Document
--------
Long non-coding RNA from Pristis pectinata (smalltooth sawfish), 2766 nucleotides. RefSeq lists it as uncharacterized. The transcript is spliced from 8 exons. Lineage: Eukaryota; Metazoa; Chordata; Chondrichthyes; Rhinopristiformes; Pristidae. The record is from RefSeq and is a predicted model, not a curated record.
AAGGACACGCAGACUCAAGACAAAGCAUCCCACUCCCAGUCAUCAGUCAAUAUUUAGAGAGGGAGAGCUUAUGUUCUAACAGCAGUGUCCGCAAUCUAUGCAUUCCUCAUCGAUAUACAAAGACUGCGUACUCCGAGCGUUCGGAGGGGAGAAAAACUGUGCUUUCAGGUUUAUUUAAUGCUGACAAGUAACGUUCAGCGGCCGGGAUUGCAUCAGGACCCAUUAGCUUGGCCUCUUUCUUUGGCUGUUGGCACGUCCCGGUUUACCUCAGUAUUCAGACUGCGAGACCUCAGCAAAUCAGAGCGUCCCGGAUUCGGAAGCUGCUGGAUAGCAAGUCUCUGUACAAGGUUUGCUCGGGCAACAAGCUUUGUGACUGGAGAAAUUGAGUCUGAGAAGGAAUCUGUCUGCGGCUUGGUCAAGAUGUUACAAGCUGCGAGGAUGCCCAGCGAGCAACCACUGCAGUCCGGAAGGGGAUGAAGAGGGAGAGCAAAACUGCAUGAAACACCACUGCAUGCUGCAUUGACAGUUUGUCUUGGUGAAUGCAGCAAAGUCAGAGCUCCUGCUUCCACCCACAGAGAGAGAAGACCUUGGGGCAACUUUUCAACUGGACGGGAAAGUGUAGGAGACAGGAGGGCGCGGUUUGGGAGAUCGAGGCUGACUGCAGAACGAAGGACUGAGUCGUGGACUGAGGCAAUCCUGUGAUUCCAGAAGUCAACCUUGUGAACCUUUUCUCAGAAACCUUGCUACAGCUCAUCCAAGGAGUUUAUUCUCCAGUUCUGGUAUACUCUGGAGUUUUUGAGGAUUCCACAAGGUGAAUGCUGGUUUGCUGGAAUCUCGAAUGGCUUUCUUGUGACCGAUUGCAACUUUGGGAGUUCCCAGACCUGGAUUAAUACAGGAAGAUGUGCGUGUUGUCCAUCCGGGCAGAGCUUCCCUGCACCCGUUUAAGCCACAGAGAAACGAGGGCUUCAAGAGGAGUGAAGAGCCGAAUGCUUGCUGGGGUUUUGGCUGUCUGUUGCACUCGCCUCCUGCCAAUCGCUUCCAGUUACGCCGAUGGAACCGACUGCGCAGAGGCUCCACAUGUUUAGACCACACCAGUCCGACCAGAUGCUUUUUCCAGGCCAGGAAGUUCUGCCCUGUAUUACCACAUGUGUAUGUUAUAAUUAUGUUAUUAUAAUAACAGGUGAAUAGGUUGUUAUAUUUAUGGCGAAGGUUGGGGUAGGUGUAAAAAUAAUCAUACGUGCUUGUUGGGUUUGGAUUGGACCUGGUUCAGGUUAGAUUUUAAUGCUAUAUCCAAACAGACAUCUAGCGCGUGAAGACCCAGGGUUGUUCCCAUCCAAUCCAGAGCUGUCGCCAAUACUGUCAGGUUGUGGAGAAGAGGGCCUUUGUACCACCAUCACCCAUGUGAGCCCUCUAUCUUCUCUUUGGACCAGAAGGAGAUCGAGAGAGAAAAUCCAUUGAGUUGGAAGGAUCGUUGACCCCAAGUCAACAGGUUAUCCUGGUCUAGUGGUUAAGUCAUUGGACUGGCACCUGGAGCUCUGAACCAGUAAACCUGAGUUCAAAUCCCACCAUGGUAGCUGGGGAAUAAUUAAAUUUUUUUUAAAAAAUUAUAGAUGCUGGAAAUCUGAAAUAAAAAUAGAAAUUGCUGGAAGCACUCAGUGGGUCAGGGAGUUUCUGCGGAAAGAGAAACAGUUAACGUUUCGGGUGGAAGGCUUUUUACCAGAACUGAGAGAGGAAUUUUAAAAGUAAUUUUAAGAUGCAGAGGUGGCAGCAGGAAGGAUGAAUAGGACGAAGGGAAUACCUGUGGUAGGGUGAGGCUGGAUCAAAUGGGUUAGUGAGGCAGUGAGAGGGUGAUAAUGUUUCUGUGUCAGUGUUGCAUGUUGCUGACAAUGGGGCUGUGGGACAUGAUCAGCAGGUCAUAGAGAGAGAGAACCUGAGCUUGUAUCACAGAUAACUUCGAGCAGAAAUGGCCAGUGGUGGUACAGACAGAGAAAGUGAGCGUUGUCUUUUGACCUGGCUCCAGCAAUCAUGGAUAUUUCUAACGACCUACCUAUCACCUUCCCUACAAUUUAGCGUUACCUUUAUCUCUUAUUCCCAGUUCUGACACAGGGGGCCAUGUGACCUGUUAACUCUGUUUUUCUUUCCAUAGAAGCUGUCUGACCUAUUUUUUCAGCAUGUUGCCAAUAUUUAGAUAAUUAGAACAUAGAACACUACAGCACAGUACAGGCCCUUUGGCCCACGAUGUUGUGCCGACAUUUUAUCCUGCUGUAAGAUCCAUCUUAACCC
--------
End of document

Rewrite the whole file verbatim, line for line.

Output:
Long non-coding RNA from Pristis pectinata (smalltooth sawfish), 2766 nucleotides. RefSeq lists it as uncharacterized. The transcript is spliced from 8 exons. Lineage: Eukaryota; Metazoa; Chordata; Chondrichthyes; Rhinopristiformes; Pristidae. The record is from RefSeq and is a predicted model, not a curated record.
AAGGACACGCAGACUCAAGACAAAGCAUCCCACUCCCAGUCAUCAGUCAAUAUUUAGAGAGGGAGAGCUUAUGUUCUAACAGCAGUGUCCGCAAUCUAUGCAUUCCUCAUCGAUAUACAAAGACUGCGUACUCCGAGCGUUCGGAGGGGAGAAAAACUGUGCUUUCAGGUUUAUUUAAUGCUGACAAGUAACGUUCAGCGGCCGGGAUUGCAUCAGGACCCAUUAGCUUGGCCUCUUUCUUUGGCUGUUGGCACGUCCCGGUUUACCUCAGUAUUCAGACUGCGAGACCUCAGCAAAUCAGAGCGUCCCGGAUUCGGAAGCUGCUGGAUAGCAAGUCUCUGUACAAGGUUUGCUCGGGCAACAAGCUUUGUGACUGGAGAAAUUGAGUCUGAGAAGGAAUCUGUCUGCGGCUUGGUCAAGAUGUUACAAGCUGCGAGGAUGCCCAGCGAGCAACCACUGCAGUCCGGAAGGGGAUGAAGAGGGAGAGCAAAACUGCAUGAAACACCACUGCAUGCUGCAUUGACAGUUUGUCUUGGUGAAUGCAGCAAAGUCAGAGCUCCUGCUUCCACCCACAGAGAGAGAAGACCUUGGGGCAACUUUUCAACUGGACGGGAAAGUGUAGGAGACAGGAGGGCGCGGUUUGGGAGAUCGAGGCUGACUGCAGAACGAAGGACUGAGUCGUGGACUGAGGCAAUCCUGUGAUUCCAGAAGUCAACCUUGUGAACCUUUUCUCAGAAACCUUGCUACAGCUCAUCCAAGGAGUUUAUUCUCCAGUUCUGGUAUACUCUGGAGUUUUUGAGGAUUCCACAAGGUGAAUGCUGGUUUGCUGGAAUCUCGAAUGGCUUUCUUGUGACCGAUUGCAACUUUGGGAGUUCCCAGACCUGGAUUAAUACAGGAAGAUGUGCGUGUUGUCCAUCCGGGCAGAGCUUCCCUGCACCCGUUUAAGCCACAGAGAAACGAGGGCUUCAAGAGGAGUGAAGAGCCGAAUGCUUGCUGGGGUUUUGGCUGUCUGUUGCACUCGCCUCCUGCCAAUCGCUUCCAGUUACGCCGAUGGAACCGACUGCGCAGAGGCUCCACAUGUUUAGACCACACCAGUCCGACCAGAUGCUUUUUCCAGGCCAGGAAGUUCUGCCCUGUAUUACCACAUGUGUAUGUUAUAAUUAUGUUAUUAUAAUAACAGGUGAAUAGGUUGUUAUAUUUAUGGCGAAGGUUGGGGUAGGUGUAAAAAUAAUCAUACGUGCUUGUUGGGUUUGGAUUGGACCUGGUUCAGGUUAGAUUUUAAUGCUAUAUCCAAACAGACAUCUAGCGCGUGAAGACCCAGGGUUGUUCCCAUCCAAUCCAGAGCUGUCGCCAAUACUGUCAGGUUGUGGAGAAGAGGGCCUUUGUACCACCAUCACCCAUGUGAGCCCUCUAUCUUCUCUUUGGACCAGAAGGAGAUCGAGAGAGAAAAUCCAUUGAGUUGGAAGGAUCGUUGACCCCAAGUCAACAGGUUAUCCUGGUCUAGUGGUUAAGUCAUUGGACUGGCACCUGGAGCUCUGAACCAGUAAACCUGAGUUCAAAUCCCACCAUGGUAGCUGGGGAAUAAUUAAAUUUUUUUUAAAAAAUUAUAGAUGCUGGAAAUCUGAAAUAAAAAUAGAAAUUGCUGGAAGCACUCAGUGGGUCAGGGAGUUUCUGCGGAAAGAGAAACAGUUAACGUUUCGGGUGGAAGGCUUUUUACCAGAACUGAGAGAGGAAUUUUAAAAGUAAUUUUAAGAUGCAGAGGUGGCAGCAGGAAGGAUGAAUAGGACGAAGGGAAUACCUGUGGUAGGGUGAGGCUGGAUCAAAUGGGUUAGUGAGGCAGUGAGAGGGUGAUAAUGUUUCUGUGUCAGUGUUGCAUGUUGCUGACAAUGGGGCUGUGGGACAUGAUCAGCAGGUCAUAGAGAGAGAGAACCUGAGCUUGUAUCACAGAUAACUUCGAGCAGAAAUGGCCAGUGGUGGUACAGACAGAGAAAGUGAGCGUUGUCUUUUGACCUGGCUCCAGCAAUCAUGGAUAUUUCUAACGACCUACCUAUCACCUUCCCUACAAUUUAGCGUUACCUUUAUCUCUUAUUCCCAGUUCUGACACAGGGGGCCAUGUGACCUGUUAACUCUGUUUUUCUUUCCAUAGAAGCUGUCUGACCUAUUUUUUCAGCAUGUUGCCAAUAUUUAGAUAAUUAGAACAUAGAACACUACAGCACAGUACAGGCCCUUUGGCCCACGAUGUUGUGCCGACAUUUUAUCCUGCUGUAAGAUCCAUCUUAACCC